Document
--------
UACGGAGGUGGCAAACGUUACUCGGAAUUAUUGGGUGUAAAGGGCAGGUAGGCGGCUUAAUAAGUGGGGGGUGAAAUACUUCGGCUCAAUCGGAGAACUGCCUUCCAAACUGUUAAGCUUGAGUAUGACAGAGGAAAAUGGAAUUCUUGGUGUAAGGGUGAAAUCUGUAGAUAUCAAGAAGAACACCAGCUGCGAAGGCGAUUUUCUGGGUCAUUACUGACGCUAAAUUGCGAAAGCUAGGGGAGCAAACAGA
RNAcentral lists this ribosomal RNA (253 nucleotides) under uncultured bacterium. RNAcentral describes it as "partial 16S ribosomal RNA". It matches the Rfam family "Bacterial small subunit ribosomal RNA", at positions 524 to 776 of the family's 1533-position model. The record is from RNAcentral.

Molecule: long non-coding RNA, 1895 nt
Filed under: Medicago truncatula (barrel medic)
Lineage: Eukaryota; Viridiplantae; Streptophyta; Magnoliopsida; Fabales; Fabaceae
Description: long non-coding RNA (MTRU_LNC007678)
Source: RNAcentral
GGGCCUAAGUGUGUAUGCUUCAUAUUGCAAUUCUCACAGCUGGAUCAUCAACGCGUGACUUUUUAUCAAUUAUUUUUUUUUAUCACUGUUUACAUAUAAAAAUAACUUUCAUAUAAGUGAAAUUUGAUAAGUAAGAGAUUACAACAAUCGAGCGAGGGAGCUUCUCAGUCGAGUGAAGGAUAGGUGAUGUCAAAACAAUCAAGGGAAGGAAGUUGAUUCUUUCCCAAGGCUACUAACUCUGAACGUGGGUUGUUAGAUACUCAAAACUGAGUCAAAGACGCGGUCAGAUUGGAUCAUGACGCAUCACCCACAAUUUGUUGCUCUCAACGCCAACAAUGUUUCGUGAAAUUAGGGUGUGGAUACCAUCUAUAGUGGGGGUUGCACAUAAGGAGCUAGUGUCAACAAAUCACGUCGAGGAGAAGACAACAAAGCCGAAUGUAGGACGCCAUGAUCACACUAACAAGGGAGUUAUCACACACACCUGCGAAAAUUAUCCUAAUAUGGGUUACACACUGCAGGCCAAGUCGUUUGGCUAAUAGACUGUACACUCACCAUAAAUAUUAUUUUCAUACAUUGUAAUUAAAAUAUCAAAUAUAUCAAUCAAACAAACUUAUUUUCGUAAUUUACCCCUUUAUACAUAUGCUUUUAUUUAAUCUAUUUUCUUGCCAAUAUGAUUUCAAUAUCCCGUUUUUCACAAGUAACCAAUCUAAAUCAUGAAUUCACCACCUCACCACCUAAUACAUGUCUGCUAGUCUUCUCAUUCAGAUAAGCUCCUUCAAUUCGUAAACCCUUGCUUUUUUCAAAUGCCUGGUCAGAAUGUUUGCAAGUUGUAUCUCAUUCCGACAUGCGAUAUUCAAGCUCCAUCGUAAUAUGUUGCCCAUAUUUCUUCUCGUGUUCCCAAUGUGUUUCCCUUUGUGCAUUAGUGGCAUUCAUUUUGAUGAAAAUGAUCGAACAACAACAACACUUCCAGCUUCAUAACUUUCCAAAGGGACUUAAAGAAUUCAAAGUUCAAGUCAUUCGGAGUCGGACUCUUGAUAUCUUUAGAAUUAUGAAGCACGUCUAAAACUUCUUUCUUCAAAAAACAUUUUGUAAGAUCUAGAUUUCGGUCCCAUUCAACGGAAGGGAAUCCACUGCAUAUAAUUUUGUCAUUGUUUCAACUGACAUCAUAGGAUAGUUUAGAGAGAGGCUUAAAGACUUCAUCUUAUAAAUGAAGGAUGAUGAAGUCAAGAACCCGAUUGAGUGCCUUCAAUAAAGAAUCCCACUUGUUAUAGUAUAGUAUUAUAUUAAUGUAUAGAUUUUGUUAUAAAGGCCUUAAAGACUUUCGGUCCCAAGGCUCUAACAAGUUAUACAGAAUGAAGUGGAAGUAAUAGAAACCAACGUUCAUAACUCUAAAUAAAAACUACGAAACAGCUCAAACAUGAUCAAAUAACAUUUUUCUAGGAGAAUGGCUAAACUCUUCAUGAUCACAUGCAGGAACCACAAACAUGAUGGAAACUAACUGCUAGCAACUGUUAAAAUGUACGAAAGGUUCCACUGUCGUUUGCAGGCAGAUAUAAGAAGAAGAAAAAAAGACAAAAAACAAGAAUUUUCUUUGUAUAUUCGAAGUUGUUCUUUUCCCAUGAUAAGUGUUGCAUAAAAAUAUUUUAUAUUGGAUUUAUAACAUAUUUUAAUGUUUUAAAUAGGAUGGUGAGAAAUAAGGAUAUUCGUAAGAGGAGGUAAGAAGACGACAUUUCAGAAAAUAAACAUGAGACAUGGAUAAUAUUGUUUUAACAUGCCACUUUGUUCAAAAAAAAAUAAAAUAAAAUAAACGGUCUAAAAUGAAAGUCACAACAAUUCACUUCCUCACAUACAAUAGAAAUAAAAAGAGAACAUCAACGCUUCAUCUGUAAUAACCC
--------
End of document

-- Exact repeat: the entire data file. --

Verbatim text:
UACGGAGGUGGCAAACGUUACUCGGAAUUAUUGGGUGUAAAGGGCAGGUAGGCGGCUUAAUAAGUGGGGGGUGAAAUACUUCGGCUCAAUCGGAGAACUGCCUUCCAAACUGUUAAGCUUGAGUAUGACAGAGGAAAAUGGAAUUCUUGGUGUAAGGGUGAAAUCUGUAGAUAUCAAGAAGAACACCAGCUGCGAAGGCGAUUUUCUGGGUCAUUACUGACGCUAAAUUGCGAAAGCUAGGGGAGCAAACAGA
RNAcentral lists this ribosomal RNA (253 nucleotides) under uncultured bacterium. RNAcentral describes it as "partial 16S ribosomal RNA". It matches the Rfam family "Bacterial small subunit ribosomal RNA", at positions 524 to 776 of the family's 1533-position model. The record is from RNAcentral.

Molecule: long non-coding RNA, 1895 nt
Filed under: Medicago truncatula (barrel medic)
Lineage: Eukaryota; Viridiplantae; Streptophyta; Magnoliopsida; Fabales; Fabaceae
Description: long non-coding RNA (MTRU_LNC007678)
Source: RNAcentral
GGGCCUAAGUGUGUAUGCUUCAUAUUGCAAUUCUCACAGCUGGAUCAUCAACGCGUGACUUUUUAUCAAUUAUUUUUUUUUAUCACUGUUUACAUAUAAAAAUAACUUUCAUAUAAGUGAAAUUUGAUAAGUAAGAGAUUACAACAAUCGAGCGAGGGAGCUUCUCAGUCGAGUGAAGGAUAGGUGAUGUCAAAACAAUCAAGGGAAGGAAGUUGAUUCUUUCCCAAGGCUACUAACUCUGAACGUGGGUUGUUAGAUACUCAAAACUGAGUCAAAGACGCGGUCAGAUUGGAUCAUGACGCAUCACCCACAAUUUGUUGCUCUCAACGCCAACAAUGUUUCGUGAAAUUAGGGUGUGGAUACCAUCUAUAGUGGGGGUUGCACAUAAGGAGCUAGUGUCAACAAAUCACGUCGAGGAGAAGACAACAAAGCCGAAUGUAGGACGCCAUGAUCACACUAACAAGGGAGUUAUCACACACACCUGCGAAAAUUAUCCUAAUAUGGGUUACACACUGCAGGCCAAGUCGUUUGGCUAAUAGACUGUACACUCACCAUAAAUAUUAUUUUCAUACAUUGUAAUUAAAAUAUCAAAUAUAUCAAUCAAACAAACUUAUUUUCGUAAUUUACCCCUUUAUACAUAUGCUUUUAUUUAAUCUAUUUUCUUGCCAAUAUGAUUUCAAUAUCCCGUUUUUCACAAGUAACCAAUCUAAAUCAUGAAUUCACCACCUCACCACCUAAUACAUGUCUGCUAGUCUUCUCAUUCAGAUAAGCUCCUUCAAUUCGUAAACCCUUGCUUUUUUCAAAUGCCUGGUCAGAAUGUUUGCAAGUUGUAUCUCAUUCCGACAUGCGAUAUUCAAGCUCCAUCGUAAUAUGUUGCCCAUAUUUCUUCUCGUGUUCCCAAUGUGUUUCCCUUUGUGCAUUAGUGGCAUUCAUUUUGAUGAAAAUGAUCGAACAACAACAACACUUCCAGCUUCAUAACUUUCCAAAGGGACUUAAAGAAUUCAAAGUUCAAGUCAUUCGGAGUCGGACUCUUGAUAUCUUUAGAAUUAUGAAGCACGUCUAAAACUUCUUUCUUCAAAAAACAUUUUGUAAGAUCUAGAUUUCGGUCCCAUUCAACGGAAGGGAAUCCACUGCAUAUAAUUUUGUCAUUGUUUCAACUGACAUCAUAGGAUAGUUUAGAGAGAGGCUUAAAGACUUCAUCUUAUAAAUGAAGGAUGAUGAAGUCAAGAACCCGAUUGAGUGCCUUCAAUAAAGAAUCCCACUUGUUAUAGUAUAGUAUUAUAUUAAUGUAUAGAUUUUGUUAUAAAGGCCUUAAAGACUUUCGGUCCCAAGGCUCUAACAAGUUAUACAGAAUGAAGUGGAAGUAAUAGAAACCAACGUUCAUAACUCUAAAUAAAAACUACGAAACAGCUCAAACAUGAUCAAAUAACAUUUUUCUAGGAGAAUGGCUAAACUCUUCAUGAUCACAUGCAGGAACCACAAACAUGAUGGAAACUAACUGCUAGCAACUGUUAAAAUGUACGAAAGGUUCCACUGUCGUUUGCAGGCAGAUAUAAGAAGAAGAAAAAAAGACAAAAAACAAGAAUUUUCUUUGUAUAUUCGAAGUUGUUCUUUUCCCAUGAUAAGUGUUGCAUAAAAAUAUUUUAUAUUGGAUUUAUAACAUAUUUUAAUGUUUUAAAUAGGAUGGUGAGAAAUAAGGAUAUUCGUAAGAGGAGGUAAGAAGACGACAUUUCAGAAAAUAAACAUGAGACAUGGAUAAUAUUGUUUUAACAUGCCACUUUGUUCAAAAAAAAAUAAAAUAAAAUAAACGGUCUAAAAUGAAAGUCACAACAAUUCACUUCCUCACAUACAAUAGAAAUAAAAAGAGAACAUCAACGCUUCAUCUGUAAUAACCC